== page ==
I thought I would leave you with some photos taken in my garden this week. Flowers always make me smile. I hope you enjoy them too.
Sarah Bernhardt Peonies
Sarah Bernhardt Peonies
Flower: Coppertina Ninebark shrub
Until next time,
Don’t miss a post on thrifty transformations, crafts, DIY projects and more!
Hello friends! I have been promising for a while now that I would share my raised stenciling technique with you after receiving a few e-mails from my readers asking me about the raised stencils on myvintage sewing storage box. Well…I am excited to share my latest DIY project with you this evening. This project combines the use of raised stencils, image transfers, aging techniques and vintage books all into one!
I found the vintage books below at my local thrift store for 10 cents each. Yes, you read right; they were only 10 cents each! For that price I couldn’t pass them up.
What also caught my eye, besides their amazing price, was the ribbed indentations that were on the spines of the books. To me they looked similar to old antique books that you might find in a library in England somewhere.
As much as I loved the shape of these books, there was no way that their original burgundy color was going to fit in with my decor. They just had to have a makeover!
Here they are all prettied up! What a great improvement, don’t you think?
I really love how they turned out!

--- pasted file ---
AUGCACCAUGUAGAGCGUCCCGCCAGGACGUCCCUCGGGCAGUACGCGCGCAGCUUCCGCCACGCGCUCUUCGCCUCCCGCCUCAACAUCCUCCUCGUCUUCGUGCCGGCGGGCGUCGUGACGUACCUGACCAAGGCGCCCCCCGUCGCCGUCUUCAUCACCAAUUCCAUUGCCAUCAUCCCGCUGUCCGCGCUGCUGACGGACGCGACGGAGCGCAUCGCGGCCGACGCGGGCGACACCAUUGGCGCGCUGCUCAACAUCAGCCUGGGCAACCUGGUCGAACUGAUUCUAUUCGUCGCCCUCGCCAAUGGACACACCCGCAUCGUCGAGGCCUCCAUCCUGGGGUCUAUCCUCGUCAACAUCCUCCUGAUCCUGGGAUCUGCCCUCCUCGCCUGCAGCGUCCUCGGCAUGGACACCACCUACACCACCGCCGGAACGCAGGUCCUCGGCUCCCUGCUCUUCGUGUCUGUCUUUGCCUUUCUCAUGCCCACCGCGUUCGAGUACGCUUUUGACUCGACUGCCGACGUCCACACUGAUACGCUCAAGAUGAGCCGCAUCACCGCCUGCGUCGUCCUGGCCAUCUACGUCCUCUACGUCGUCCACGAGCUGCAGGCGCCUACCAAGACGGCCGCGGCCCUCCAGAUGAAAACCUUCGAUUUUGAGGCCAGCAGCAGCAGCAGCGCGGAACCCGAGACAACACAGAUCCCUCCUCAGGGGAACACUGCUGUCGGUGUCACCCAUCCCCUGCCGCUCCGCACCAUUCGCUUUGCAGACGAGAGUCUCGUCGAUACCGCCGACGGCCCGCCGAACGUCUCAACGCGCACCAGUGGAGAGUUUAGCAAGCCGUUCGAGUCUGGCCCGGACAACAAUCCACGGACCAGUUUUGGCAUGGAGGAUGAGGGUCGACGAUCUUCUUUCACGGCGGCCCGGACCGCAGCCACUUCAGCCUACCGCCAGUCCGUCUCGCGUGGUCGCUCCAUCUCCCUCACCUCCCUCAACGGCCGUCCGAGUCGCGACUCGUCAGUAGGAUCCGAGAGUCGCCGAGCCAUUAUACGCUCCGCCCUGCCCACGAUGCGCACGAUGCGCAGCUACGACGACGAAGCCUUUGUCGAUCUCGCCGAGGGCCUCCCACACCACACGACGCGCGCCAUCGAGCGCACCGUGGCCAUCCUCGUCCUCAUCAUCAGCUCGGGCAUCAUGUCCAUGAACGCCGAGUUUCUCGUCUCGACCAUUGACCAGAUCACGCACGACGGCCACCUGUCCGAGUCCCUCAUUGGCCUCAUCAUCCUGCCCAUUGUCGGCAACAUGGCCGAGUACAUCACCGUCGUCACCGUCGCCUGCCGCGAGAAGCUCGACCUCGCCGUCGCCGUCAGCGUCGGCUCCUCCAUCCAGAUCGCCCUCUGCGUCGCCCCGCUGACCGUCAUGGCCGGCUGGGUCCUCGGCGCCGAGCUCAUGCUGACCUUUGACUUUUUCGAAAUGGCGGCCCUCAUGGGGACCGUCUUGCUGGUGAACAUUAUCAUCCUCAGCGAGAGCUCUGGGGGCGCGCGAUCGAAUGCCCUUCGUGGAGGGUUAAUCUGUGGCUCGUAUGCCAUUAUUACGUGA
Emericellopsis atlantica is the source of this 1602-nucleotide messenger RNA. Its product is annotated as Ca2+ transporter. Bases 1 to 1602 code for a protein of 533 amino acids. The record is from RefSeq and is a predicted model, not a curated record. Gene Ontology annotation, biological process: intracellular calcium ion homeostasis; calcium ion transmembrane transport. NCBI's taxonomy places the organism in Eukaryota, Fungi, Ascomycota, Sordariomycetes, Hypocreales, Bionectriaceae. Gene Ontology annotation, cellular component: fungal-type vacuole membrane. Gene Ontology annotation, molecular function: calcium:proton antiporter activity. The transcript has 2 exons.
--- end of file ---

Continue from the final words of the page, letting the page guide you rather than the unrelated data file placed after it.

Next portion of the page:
If you would like to make over a set of your own books to put on display in your home, I have included the full tutorial below.
Why not make over a set for display on your mantel, your bookcase, or your coffee table? You could also use this tutorial to transform a hardcover journal that’s a little on the boring side or to make over a wedding registry book to give as a gift for a bride-to-be.
small paint brushes, 4″foam roller and a spray bottle
ruler, pencil, tin foil and scissors
painter’s tape (optional)
plastic plate/tray for paint
rubber brayer or flat spreader
plastic trowel/spatula or old credit/debit card
plastic drop cloth to protect your workspace
Start by wiping your books down with a barely damp cloth to remove any dust or grime. Then give them a light sanding with 400 grit sandpaper and wipe away any sanding dust.
Coat the outside of the book covers with two coats of white acrylic gesso using either a foam brush or a 4″ foam paint roller. Once dry, sand lightly to remove any rough spots.